On March 2, 2012, at about 3.30 pm, as the ship was sailing in the Gulf of Oman, a terrified colleague hollered out to the other crew members.

He saw pirates approaching the ship.

"I didn't believe him at first and went to the deck area to see it myself," says Rakesh.

Royal Grace was in mid-sea when Rakesh saw a group of pirates on a speedboat closing in and firing at the ship. He rushed to the engine room and increased the speed of the ship to about 10 knots, hoping it would help.

"Everybody on the ship was terribly scared," he recalls.

Within about 15 minutes, he says, the captain of the ship informed the crew that the vessel had been taken.

"My heart sank," he says pensively. Initially, some crew members ran towards the engine room to hide but that didn't help. The pirates had boarded the ship and brought it to an uneasy halt in 20 minutes.

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Photographs: Rakesh Kumar
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'He's dying today; it will be your turn tomorrow'

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Rakesh explains how the pirates operated.

Once they hijacked a fishing boat belonging to Iranian fishermen and stationed their speedboats on the boat. The pirates sailed the high seas and hunted for ships. When they spot a ship a few of them would race towards it in a speedboat, while the remaining gang on the fishing boat would join them.

In our case as well, around four-five pirates attacked Royal Grace on a speed boat. The other gang members joined a few minutes later. A total of 12 pirates had taken over the ship.

Their commander, who identified himself as Gani, sparingly spoke English. He said, 'I am the captain of the ship now. Everybody will follow me,' recalls Rakesh. They were armed with AK 47s and pistols.  

They took about 500 litres of diesel from the ship and passed it on to the crew of the fishing boat, who were being held at gunpoint.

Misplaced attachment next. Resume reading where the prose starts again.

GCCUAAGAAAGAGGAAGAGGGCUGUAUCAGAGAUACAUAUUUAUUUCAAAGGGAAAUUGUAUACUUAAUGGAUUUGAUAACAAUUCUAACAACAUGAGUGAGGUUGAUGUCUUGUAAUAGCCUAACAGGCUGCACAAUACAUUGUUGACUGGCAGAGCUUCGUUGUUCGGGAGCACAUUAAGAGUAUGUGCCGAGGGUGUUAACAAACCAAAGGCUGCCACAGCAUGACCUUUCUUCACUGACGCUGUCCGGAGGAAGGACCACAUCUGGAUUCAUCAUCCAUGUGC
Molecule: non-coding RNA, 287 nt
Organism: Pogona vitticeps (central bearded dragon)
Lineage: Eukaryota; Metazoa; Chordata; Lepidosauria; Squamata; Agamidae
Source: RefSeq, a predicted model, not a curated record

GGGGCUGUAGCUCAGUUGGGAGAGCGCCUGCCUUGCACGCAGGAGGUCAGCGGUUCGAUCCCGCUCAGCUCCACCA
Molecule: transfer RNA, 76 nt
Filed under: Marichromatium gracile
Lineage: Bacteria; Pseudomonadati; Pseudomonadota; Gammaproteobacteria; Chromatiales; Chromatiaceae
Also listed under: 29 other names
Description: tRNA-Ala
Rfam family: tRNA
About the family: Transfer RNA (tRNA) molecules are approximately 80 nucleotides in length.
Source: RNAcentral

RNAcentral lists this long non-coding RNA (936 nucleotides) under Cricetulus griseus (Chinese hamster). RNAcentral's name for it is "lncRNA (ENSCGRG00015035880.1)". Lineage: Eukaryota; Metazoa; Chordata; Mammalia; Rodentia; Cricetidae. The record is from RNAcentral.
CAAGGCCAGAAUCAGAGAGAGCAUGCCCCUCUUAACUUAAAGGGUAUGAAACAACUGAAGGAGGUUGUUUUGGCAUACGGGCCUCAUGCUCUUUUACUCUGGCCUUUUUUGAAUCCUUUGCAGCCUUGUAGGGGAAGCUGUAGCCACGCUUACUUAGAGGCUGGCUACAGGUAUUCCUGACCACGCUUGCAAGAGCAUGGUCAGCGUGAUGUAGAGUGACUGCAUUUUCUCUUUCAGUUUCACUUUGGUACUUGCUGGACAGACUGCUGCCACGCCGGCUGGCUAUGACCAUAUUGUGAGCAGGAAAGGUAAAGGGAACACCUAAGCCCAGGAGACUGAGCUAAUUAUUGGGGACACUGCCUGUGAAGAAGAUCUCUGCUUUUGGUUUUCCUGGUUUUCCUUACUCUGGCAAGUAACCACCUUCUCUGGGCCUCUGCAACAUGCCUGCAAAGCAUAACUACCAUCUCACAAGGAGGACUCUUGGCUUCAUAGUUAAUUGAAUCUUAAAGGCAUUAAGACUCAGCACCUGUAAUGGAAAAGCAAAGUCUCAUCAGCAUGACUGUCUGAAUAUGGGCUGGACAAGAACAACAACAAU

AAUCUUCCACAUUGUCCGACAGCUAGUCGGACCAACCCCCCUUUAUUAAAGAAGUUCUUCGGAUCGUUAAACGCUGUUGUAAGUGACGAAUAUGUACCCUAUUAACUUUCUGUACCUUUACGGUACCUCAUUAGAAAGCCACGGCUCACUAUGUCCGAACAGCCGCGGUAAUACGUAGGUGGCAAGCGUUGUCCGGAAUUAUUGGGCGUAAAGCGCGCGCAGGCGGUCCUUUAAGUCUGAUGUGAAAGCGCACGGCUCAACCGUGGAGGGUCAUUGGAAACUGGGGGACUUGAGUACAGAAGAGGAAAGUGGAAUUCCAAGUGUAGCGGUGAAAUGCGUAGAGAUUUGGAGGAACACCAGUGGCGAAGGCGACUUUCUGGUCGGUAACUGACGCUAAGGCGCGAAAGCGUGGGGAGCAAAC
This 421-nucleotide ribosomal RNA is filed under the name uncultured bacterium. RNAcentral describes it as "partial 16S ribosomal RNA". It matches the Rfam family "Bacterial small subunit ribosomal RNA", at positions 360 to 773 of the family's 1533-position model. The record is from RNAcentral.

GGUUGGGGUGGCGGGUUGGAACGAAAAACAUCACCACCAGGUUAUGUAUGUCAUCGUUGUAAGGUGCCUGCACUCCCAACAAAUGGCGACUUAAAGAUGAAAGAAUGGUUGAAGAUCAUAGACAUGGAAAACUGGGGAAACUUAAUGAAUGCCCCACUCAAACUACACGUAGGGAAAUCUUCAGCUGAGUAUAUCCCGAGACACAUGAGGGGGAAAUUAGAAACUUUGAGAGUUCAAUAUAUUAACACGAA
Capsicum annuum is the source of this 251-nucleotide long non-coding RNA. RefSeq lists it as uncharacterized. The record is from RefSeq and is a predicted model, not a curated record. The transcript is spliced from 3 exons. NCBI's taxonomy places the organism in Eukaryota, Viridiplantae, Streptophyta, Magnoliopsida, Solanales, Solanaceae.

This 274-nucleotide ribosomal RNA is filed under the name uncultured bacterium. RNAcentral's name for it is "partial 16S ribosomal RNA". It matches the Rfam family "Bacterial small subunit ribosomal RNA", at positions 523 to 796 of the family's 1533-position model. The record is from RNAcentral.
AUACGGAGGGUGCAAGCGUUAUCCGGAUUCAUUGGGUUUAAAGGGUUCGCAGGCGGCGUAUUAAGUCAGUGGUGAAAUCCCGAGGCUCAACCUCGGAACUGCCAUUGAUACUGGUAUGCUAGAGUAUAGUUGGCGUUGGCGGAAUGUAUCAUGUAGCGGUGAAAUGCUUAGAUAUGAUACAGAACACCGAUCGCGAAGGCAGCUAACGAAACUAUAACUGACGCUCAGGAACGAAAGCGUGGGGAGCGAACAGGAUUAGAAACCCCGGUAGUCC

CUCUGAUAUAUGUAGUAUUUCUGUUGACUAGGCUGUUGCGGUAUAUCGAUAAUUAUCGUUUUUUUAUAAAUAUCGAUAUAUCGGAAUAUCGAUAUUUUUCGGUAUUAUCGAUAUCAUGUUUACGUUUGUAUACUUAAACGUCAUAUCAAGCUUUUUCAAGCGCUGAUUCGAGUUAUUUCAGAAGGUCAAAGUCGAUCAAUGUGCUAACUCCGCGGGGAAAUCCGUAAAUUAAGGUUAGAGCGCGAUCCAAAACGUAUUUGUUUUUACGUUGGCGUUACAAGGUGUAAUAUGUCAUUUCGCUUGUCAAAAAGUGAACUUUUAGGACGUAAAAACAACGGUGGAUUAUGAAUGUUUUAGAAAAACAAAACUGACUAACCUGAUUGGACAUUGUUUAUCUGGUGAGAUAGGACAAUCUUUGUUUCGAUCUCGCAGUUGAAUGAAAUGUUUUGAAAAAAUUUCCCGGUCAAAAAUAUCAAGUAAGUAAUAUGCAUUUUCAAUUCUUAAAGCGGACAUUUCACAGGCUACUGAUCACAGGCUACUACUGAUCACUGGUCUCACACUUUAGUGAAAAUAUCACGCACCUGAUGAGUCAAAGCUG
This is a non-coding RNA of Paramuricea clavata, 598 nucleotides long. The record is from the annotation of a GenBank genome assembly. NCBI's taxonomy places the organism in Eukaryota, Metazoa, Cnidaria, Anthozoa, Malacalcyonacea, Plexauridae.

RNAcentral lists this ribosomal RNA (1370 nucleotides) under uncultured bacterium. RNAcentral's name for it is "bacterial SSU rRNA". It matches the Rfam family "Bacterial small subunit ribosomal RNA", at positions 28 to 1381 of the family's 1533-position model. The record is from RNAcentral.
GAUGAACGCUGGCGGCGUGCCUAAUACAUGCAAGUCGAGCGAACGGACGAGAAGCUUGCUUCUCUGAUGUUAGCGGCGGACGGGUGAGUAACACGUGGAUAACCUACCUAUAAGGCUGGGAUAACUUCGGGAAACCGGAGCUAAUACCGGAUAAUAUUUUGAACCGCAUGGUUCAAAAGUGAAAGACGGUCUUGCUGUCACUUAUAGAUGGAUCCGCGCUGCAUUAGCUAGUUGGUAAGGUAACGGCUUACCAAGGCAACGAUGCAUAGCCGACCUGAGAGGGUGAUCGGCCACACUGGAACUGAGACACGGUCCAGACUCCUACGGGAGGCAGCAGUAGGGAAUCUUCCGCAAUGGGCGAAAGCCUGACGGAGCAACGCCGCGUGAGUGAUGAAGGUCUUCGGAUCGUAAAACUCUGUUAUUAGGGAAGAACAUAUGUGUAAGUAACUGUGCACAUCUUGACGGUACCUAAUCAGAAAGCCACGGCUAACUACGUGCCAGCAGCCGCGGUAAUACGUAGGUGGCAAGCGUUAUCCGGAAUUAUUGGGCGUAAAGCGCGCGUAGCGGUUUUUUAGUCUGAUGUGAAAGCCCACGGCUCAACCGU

Royal Grace was then ordered to sail towards Somalia.

"The pirates did not bind our hands and were holding us all in one room at gunpoint. They said we would be free to go in 20-25 days," recalls Rakesh.

"But somehow I knew it was going to take longer," he added.

After sailing for six days, the crew was asked to drop anchor about two nautical miles from land.

Rakesh has a very hazy recollection of what transpired in the next one month.

A man named Mustafa negotiated with the owners of the vessel. Rakesh says the crew was unaware of who was negotiating for them. He heard the pirates had first demanded a ransom of 25 million US dollars, which the owners rejected. It pushed them all into further despair.

The food on the ship kept them alive for the first few weeks. The ship was well lit as its fuel reservoirs were full. 

All of them were hurled inside the captain's cabin. Rakesh and four others slept on the floor.

But as the food and fuel reserves were emptied, the pirates started to become impatient.

Members of the ship, the captain and the third engineer were tortured. The pirates would make them stand on the deck and fire at them, so that the bullet misses them by a few centimeters. The engineer was also beaten.

The second engineer, a 60-year-old Nigerian, suffered a massive heart attack in the first month. The pirates refused to help and he died. The pirates shouted at them and said, "He is dying today, it will be your turn tomorrow," recalls Rakesh.

"I was shocked to see what was happening," Rakesh says about the officer's death. "It was the saddest moment for us all. We wished he shouldn't have died," says Rakesh.

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Photographs: Rakesh Kumar
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'My mother won't let me go back to this job'